I purchased www.liveandletlive.org which is currently under construction.  We are currently working on three professional videos; two very short ones to lead off with and a longer more detailed version for people with longer attention spans.  I’ve attached the script to the longer video if you are interested.  It will give you a flavor of what we are planning.

I’m writing a book entitled, “Live and Let Live: The Road to Peace, Prosperity and Happiness” which will be ready for October 2021.  I was scheduled to announce this at Freedomfest this year, but the world had other plans.  Instead, I’ll announce it at the Liberty International Conference in Colombia in January.  The Freedom Summit is now the Live and Let Live Conference which will be held in Honolulu and Phoenix annually then internationally.  The Movement will begin in the 49th most free state, Hawaii for a variety of reasons.  They badly need change there, they are ready for change, and I’m already off to a good start.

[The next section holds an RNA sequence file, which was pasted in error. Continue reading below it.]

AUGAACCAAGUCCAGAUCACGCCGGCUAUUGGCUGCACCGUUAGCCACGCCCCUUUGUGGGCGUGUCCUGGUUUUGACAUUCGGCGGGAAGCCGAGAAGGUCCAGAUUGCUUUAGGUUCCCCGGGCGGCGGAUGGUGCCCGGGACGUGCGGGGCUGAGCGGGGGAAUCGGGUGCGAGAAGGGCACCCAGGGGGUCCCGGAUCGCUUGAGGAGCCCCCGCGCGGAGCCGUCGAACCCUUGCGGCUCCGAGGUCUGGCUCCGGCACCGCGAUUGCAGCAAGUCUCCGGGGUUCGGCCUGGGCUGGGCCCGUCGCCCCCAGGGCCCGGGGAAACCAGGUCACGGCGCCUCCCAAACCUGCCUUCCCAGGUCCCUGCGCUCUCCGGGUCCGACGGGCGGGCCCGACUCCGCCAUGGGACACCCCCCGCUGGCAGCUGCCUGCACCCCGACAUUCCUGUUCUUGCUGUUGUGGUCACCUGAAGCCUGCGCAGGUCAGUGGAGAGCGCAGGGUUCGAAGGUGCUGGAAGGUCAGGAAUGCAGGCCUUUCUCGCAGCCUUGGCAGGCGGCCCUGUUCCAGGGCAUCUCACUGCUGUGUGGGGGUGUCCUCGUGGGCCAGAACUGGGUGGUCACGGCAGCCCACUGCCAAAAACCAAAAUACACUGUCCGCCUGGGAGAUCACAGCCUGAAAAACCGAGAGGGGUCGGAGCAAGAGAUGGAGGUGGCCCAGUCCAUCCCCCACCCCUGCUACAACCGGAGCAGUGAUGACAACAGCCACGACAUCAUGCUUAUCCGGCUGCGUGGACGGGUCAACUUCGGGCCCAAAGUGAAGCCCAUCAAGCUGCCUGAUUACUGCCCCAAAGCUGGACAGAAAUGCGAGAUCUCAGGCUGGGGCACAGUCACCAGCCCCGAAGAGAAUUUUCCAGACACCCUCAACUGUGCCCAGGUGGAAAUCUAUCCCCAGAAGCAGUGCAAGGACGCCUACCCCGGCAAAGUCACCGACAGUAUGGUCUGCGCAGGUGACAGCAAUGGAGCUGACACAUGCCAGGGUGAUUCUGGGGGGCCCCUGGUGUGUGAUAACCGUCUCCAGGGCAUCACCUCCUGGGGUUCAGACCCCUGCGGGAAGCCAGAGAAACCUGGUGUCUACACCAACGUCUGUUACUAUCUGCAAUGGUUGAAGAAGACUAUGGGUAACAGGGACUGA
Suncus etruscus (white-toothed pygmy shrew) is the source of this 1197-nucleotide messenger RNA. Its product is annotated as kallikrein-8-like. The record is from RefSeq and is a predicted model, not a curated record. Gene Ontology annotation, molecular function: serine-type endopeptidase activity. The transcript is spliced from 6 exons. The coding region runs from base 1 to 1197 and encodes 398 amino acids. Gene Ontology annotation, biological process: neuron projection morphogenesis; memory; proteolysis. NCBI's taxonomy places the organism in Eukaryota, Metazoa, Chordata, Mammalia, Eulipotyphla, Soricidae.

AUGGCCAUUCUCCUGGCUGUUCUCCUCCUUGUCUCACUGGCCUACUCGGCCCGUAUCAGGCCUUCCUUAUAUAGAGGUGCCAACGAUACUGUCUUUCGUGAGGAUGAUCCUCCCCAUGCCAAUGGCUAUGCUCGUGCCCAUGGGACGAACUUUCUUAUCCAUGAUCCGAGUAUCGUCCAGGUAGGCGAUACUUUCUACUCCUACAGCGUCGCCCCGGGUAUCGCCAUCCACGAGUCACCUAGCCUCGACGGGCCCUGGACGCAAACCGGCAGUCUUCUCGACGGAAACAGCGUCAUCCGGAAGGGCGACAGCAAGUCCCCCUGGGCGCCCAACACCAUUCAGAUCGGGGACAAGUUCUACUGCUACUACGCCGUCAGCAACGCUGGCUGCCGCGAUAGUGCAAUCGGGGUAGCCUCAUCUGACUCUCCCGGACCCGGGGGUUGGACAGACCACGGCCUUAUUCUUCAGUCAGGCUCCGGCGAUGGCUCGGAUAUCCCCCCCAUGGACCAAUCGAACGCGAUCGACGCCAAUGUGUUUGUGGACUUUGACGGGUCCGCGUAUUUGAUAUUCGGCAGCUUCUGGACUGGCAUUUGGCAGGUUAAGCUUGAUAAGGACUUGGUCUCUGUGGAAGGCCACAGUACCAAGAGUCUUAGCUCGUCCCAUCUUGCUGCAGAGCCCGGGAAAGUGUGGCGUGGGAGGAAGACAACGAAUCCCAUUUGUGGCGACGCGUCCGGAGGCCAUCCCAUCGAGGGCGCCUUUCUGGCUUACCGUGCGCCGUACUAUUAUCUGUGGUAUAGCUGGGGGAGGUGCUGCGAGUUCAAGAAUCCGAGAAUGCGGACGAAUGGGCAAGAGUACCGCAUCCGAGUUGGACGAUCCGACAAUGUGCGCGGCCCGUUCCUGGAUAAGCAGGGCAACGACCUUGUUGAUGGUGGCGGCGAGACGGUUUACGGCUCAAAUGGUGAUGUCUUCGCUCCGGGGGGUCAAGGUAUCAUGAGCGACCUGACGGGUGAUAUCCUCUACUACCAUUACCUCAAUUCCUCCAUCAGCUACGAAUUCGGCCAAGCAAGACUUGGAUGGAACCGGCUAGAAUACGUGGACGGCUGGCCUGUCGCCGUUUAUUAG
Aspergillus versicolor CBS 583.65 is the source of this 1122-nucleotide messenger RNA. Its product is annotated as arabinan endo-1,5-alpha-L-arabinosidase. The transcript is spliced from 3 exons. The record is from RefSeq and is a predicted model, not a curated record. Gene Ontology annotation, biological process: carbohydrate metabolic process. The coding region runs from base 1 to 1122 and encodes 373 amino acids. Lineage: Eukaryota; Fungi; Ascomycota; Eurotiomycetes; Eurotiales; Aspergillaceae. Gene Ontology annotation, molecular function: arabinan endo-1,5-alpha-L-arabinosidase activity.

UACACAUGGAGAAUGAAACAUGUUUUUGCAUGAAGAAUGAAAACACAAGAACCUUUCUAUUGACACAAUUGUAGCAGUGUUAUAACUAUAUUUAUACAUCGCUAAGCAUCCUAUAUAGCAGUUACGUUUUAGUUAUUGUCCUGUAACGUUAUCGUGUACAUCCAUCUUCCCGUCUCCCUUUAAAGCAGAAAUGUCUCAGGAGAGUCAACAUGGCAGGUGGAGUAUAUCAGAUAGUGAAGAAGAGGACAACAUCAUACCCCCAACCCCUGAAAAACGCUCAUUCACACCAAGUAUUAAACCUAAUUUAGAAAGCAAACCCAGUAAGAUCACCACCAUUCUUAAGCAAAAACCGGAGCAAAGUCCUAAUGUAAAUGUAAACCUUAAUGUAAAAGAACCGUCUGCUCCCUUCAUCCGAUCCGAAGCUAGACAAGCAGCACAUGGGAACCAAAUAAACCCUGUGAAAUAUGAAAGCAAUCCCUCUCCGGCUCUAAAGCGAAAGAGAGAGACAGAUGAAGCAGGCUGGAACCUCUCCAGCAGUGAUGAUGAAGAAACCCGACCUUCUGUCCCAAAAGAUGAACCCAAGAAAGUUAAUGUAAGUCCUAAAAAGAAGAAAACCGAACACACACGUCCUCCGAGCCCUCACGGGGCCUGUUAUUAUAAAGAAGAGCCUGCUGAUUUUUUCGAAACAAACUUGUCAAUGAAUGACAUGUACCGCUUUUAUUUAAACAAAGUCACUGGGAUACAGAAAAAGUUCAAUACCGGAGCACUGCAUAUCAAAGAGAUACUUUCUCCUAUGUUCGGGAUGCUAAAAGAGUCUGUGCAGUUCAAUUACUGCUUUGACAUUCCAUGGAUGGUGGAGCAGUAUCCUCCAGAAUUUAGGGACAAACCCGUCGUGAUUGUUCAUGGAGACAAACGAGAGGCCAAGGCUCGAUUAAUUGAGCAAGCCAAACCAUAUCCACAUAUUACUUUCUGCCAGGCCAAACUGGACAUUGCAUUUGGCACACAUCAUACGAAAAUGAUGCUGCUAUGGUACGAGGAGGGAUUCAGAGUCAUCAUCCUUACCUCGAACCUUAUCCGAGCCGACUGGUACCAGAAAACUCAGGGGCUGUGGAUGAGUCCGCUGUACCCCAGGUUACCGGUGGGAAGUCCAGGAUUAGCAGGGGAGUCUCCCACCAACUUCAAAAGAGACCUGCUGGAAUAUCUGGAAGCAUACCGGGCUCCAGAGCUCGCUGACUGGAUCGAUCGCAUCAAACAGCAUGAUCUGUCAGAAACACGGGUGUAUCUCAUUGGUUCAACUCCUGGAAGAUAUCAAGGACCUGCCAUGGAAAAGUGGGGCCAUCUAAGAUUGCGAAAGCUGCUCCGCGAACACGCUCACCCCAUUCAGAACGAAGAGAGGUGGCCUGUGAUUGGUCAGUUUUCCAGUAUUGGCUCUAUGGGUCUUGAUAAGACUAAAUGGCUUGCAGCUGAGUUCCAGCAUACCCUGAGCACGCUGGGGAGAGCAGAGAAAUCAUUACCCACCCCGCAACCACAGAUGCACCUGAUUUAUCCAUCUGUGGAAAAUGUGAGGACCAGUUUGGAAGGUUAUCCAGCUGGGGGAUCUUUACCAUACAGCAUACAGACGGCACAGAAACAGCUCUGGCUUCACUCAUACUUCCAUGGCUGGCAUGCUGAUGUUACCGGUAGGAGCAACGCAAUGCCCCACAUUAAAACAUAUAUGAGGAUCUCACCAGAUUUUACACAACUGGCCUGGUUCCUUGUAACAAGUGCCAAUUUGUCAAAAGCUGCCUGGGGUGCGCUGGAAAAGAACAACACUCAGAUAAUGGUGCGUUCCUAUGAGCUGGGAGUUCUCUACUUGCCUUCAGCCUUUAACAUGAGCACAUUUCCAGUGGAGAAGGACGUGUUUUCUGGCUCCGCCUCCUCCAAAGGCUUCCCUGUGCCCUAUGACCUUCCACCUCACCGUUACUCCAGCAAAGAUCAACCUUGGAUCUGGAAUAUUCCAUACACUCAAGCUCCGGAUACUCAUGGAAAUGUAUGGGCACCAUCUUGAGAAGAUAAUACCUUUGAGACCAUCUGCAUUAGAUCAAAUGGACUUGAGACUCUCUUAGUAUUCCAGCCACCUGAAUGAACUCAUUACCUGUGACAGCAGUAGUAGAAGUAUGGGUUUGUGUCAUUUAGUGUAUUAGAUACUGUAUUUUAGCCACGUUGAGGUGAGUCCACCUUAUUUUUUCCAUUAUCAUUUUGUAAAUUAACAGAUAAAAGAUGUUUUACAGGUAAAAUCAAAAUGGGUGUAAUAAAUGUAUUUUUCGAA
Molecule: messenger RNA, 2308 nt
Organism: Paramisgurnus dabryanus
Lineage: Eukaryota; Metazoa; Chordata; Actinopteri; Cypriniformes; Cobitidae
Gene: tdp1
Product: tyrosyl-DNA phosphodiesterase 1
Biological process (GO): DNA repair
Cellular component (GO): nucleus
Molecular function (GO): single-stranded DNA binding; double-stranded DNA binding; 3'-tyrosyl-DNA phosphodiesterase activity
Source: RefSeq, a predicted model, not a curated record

We have lots of other big plans too.  Here is what I’m asking from you:

Assuming you are interested in helping, I’d like for you to read the current draft of my book to get your thoughts on how I’m laying it all out. It is only about 50% done, but the important stuff is written.  It will take you about two hours as it is written for the average person.  However, anarchocapitalists would have no cause for disagreement. I’m not compromising on principle.  However, it is written to appeal to Socialists too.  I’m aiming for the reasonable people of the world.

I’d also like to chat with you to get your thoughts on how to roll it out.  Finally, maybe you could help us promote the Movement when it’s time?  Although I’m not aiming at libertarians, I need some to get initial interest and momentum going. You know everyone in the movement.  That said, it will only succeed if we can appeal to non-libertarians.  The website will be done soon so we can actually start promoting a prelaunch status in a few months..